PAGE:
You see some stuff which was hot in the 80’s not being used any more. With glass blocks there are styles, product and installation systems which are popular today most people don’t even know exist. Most people think of glass blocks as one wavy 8” x 8” unit stacked on top of another.
So, before you say whether glass blocks or hot, or not, read on to see what k options others are finding to be inspired ….and also what products and systems are just “old-school.” At the end of the article I’d love to know whether this post has changed your opinion or not.
If you call or walk in your local home center or building material supply store and ask someone a question about glass block window design, fabrication or dare I say it – installation – you’ll be lucky if they even know if they carry glass blocks in stock (by the way in most cases they don’t carry this material)! Maybe you’ve got a unique design or a tough installation question and you not only need basic advice you need a “masters-level” input (or the “untold story”) on how to work with this classic material.
If you’re looking for deeper input you’ve come to the right place. In this article we’ll take a look at 5 little known secrets about glass block windows which can help you get an improved design and quality of installation. Let’s dig in!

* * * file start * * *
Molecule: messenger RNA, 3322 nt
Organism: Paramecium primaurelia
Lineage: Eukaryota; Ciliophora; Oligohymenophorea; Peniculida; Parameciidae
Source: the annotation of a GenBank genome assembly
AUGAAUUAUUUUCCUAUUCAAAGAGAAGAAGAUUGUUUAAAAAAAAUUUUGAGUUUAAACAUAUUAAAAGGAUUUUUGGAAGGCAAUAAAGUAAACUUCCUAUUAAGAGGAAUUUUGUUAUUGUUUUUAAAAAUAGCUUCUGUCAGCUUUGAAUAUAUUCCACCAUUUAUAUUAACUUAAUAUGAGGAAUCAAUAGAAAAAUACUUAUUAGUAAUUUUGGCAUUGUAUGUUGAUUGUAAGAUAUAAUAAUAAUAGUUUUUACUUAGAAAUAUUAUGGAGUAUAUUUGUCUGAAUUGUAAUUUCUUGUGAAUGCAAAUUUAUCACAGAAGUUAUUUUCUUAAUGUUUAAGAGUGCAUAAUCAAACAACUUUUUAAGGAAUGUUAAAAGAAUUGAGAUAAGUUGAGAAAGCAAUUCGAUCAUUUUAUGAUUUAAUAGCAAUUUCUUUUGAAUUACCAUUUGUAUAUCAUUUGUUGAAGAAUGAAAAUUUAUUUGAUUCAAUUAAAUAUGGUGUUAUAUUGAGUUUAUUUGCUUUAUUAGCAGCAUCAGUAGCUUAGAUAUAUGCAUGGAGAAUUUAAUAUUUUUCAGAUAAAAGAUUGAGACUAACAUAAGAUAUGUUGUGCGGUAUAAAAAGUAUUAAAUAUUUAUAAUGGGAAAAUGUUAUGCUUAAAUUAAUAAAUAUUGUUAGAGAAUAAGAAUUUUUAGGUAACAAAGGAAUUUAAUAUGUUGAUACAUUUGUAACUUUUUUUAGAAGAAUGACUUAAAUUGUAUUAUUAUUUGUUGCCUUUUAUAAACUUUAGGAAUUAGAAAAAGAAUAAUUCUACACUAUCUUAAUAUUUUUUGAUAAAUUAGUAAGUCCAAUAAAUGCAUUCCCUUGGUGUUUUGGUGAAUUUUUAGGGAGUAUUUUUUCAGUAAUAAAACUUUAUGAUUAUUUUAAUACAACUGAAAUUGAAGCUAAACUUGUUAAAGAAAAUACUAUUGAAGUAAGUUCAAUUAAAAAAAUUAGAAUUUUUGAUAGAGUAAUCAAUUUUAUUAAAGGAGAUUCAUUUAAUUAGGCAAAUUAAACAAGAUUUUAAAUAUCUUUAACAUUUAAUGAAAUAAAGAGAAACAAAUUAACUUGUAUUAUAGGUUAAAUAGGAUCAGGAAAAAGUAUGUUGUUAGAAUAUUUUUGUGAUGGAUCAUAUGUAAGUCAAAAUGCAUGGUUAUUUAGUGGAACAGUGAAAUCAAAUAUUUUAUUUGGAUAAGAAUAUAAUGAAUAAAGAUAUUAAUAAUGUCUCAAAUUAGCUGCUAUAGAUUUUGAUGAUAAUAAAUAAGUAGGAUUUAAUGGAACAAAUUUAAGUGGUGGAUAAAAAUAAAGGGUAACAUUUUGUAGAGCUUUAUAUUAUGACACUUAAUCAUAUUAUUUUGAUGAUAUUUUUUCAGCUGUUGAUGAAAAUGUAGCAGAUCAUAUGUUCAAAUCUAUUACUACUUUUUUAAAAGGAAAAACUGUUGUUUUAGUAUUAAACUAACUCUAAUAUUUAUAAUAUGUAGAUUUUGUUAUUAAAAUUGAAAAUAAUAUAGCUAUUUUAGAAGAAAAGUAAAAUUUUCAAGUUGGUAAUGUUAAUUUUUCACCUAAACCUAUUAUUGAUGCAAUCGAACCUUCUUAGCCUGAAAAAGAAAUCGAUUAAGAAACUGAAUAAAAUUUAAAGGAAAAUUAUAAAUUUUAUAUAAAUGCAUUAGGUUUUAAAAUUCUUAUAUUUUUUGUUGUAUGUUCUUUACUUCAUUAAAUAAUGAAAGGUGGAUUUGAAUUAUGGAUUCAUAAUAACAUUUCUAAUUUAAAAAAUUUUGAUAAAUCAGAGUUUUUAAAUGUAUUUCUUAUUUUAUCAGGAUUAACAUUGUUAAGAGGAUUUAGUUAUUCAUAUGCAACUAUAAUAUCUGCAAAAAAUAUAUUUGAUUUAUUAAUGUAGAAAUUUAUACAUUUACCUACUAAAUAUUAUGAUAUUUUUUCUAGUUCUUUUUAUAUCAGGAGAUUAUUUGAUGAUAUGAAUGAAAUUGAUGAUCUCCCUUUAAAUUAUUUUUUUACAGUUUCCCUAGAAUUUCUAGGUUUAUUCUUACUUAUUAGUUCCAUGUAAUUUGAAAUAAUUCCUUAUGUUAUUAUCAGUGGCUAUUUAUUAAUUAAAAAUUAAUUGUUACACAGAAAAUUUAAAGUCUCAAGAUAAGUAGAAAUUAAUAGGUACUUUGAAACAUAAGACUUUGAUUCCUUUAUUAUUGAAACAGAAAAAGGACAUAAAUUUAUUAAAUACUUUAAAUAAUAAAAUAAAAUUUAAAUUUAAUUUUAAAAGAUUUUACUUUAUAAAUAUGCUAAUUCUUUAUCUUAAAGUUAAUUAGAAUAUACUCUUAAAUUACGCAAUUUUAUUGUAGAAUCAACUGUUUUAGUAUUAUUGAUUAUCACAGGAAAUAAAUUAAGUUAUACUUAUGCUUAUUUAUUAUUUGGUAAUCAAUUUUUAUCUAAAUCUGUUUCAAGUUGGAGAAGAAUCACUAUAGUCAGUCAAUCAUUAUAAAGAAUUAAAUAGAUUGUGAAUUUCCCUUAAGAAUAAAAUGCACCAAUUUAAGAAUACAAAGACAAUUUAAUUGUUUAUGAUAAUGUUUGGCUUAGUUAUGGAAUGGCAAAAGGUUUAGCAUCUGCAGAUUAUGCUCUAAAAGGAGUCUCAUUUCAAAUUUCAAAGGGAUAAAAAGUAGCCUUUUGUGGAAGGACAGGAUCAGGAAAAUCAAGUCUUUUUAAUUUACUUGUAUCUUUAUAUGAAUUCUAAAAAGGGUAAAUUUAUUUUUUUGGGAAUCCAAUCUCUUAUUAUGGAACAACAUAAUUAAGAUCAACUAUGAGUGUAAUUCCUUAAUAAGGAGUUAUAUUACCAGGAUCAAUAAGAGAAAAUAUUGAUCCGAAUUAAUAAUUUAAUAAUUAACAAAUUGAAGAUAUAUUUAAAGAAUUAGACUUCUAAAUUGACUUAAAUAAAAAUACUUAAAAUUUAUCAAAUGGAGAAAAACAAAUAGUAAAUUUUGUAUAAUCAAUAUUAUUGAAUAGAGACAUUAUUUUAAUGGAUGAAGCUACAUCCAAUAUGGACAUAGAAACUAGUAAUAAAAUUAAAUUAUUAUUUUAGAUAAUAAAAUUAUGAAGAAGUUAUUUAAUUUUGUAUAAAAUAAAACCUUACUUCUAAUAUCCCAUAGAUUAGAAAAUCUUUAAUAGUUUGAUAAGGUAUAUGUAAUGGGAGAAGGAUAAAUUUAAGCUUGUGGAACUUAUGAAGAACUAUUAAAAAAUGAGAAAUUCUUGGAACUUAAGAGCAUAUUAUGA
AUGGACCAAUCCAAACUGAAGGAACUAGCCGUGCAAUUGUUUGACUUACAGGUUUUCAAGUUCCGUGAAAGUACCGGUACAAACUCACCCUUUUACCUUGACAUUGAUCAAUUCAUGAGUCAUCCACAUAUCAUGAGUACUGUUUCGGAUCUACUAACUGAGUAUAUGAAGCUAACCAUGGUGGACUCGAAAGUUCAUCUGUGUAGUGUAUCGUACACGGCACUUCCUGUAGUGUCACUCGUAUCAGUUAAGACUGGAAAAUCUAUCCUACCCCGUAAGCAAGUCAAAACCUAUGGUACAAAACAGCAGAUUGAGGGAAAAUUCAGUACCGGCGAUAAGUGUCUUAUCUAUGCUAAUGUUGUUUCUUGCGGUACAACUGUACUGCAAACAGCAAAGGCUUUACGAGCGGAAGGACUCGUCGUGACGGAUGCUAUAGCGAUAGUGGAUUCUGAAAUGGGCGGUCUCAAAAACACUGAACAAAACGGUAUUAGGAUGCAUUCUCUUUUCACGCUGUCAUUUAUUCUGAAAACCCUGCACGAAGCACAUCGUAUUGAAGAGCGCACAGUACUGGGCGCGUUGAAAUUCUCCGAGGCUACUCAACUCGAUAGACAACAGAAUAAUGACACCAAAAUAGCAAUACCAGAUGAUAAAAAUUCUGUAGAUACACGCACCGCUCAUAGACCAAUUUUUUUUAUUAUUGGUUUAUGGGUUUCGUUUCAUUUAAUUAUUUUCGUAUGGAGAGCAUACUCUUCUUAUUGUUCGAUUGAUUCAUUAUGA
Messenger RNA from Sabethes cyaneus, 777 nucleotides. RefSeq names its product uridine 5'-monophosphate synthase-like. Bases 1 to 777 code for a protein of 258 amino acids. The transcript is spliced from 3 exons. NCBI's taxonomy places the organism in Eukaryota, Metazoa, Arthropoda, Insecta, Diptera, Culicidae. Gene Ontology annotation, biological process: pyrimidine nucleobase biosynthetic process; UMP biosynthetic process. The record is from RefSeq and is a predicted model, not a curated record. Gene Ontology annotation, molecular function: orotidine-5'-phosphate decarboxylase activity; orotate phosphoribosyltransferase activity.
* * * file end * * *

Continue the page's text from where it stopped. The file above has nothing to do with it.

Are you unsure if you should spend your money on a home remodeling project – and if you do – what specific project to choose? If you can find yourself in one of the 3 groups below you’re probably struggling with this remodeling decision right now.
Group 1 – Overwhelmed new homeowner – You’ve just bought an older home in a nice neighborhood that needs some work (OK – it needs A LOT of work!), but you’re wondering what project should you do and how much should you spend.
Group 2 –Debating, “Should I get out of here?” – Your current home just isn’t cutting the mustard. Yes – it used to work for you and your family – but the times and the people living in your home just don’t have the same needs. You’re now debating (a) stay and remodel or (b) get the heck out of here.